The roots of intolerance and prejudice in Buddhism

monk-prayers

I had not intended for this article to appear again but some excellent and comprehensive editing by DVB’s Colin Hinshelwood have made the writing and ideas 100 percent clearer and better – and a different article in many ways.

Democratic Voice of Burma, 2nd August 2014

‘Violence related to Buddhism in Sri Lanka and Burma often leaves observers with a sense of bewilderment; many Buddhist practitioners have resorted to violent means in the name of what is essentially a peaceful religion. This contradiction is somewhat easier to understand when viewed from two angles – East and West.

For the Asian Buddhist, the idea that the teachings of the Buddha could ever lead to hostility is simply dismissed. Buddhism is airbrushed from the scenes of violence and in its place is left only a threat to the nation, a threat to the culture and a threat to the religion.

The Western observer tends to assume that those committing these acts are not ‘real’ Buddhists. The original teachings have mingled with culture to such an extent as to become unrecognisable – dig beneath the culture, to the text, and there the ‘real’ message of the Buddha will be found. For the West, Buddhism has to be separated from its cultural environment. This is out of necessity – for it is assumed that Buddhism is not a ‘religion’ at all. It is a pristine ‘other’, standing alone and somewhat aloof from the messiness of the masses.

For the Asian Buddhist, the West can never culturally understand Buddhism (the West is ‘foreign’ – modern and corrupt). Whereas for the Western Buddhist, it is precisely these cultural accretions that obscure the real teachings. The East is naïve and lacks sophistication. Both sides, East and West, seek authenticity in Buddhism.

Buddhism has portrayed itself, and been described by Western commentators, as the religion untainted by ‘religiousness’ (dogmatism, violence, fundamentalism). It is the religion of choice for the compassionate, modern individual. Many believe that Buddhism has a pure history in which misdemeanors, carnage, war and hostility has been committed by everyone — except the Buddhist. This is why the recent violence in Sri Lanka and Burma elicits such shock.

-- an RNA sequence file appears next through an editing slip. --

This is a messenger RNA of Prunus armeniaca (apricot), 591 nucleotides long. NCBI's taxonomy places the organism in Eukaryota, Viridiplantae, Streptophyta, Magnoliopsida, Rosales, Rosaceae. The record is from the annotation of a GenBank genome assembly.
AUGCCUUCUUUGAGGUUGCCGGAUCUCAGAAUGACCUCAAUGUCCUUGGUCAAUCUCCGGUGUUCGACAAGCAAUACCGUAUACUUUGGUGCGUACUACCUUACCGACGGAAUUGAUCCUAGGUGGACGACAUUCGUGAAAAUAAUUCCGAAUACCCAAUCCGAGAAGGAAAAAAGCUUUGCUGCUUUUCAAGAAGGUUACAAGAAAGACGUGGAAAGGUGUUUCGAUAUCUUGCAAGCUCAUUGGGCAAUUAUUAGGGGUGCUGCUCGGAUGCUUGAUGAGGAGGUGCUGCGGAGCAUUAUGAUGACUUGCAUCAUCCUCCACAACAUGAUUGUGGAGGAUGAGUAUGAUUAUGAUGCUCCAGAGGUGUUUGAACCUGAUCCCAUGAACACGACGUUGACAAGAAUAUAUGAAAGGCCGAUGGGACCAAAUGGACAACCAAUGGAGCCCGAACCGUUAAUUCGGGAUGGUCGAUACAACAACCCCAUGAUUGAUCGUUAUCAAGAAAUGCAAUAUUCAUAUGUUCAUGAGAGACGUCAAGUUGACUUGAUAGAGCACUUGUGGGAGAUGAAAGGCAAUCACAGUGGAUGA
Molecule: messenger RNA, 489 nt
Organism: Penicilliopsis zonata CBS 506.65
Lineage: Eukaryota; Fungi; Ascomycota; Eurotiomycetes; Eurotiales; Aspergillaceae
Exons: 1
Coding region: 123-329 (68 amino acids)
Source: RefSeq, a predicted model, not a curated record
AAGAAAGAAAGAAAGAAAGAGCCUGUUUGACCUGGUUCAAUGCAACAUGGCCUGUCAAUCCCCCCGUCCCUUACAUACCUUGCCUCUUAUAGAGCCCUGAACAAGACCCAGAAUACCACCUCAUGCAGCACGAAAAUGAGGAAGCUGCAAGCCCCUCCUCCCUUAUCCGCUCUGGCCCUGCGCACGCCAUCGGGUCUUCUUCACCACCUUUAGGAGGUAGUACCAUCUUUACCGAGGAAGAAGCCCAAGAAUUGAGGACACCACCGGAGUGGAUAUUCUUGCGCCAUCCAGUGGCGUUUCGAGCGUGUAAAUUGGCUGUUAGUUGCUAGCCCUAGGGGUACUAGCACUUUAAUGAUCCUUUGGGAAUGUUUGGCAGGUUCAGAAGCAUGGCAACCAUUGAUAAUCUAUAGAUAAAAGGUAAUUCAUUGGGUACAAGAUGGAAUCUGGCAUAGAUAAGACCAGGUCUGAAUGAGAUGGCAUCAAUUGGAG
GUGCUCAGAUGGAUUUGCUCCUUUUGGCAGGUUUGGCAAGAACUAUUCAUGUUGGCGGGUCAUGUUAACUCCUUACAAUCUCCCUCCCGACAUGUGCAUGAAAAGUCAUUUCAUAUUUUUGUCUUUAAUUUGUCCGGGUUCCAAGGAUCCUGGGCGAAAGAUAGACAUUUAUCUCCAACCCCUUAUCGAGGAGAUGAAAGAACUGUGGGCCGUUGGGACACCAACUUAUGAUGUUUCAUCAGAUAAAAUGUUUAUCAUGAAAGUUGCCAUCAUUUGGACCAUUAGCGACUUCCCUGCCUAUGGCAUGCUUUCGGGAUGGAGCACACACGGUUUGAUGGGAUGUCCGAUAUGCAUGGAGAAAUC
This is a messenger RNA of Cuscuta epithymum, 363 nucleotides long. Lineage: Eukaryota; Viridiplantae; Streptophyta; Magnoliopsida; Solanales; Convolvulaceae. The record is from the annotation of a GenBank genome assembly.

In seeking the origins of these hostilities, we shouldn’t turn to the core textual tradition, even though some Buddhist groups may refer to particular texts to support their own positions. In the fundamental ideas of the Pali Canon, or the early Sutras of the Mahāyāna tradition, the teachings of the Buddha are based on tolerance and compassion.

The roots of intolerance might be found in the reaction of one Buddhist group to another. For example, this sectarian attitude surfaced in the emergence of the Mahāyāna Buddhism. The Mahāyāna identified itself in opposition to what it termed ‘Hīnayāna’ Buddhist groups. Although Mahāyāna is often translated as ‘Great Vehicle’ and Hīnayāna as ‘Smaller Vehicle’ – the term ‘hīna’ actually means ‘inferior’, ‘low,’ ‘poor’, ‘miserable’, ‘vile’, or ‘contemptible’.

Evidence suggests that some Buddhist schools had uncompromising attitudes towards others. That intolerance was pronounced by the rise of Buddhism in the West (including the Asian ‘West’). There is an ongoing debate concerning which group is the most compassionate. The argument has been made that some Buddhist groups in Asia and elsewhere are using this ‘stick of compassion’ against Burmese Buddhists as a way of distancing the rest of the Buddhist world from the situation in Burma. Buddhist groups have long been vying for the claim of authenticity, an element of Buddhist history that could be at the heart of recent hostilities.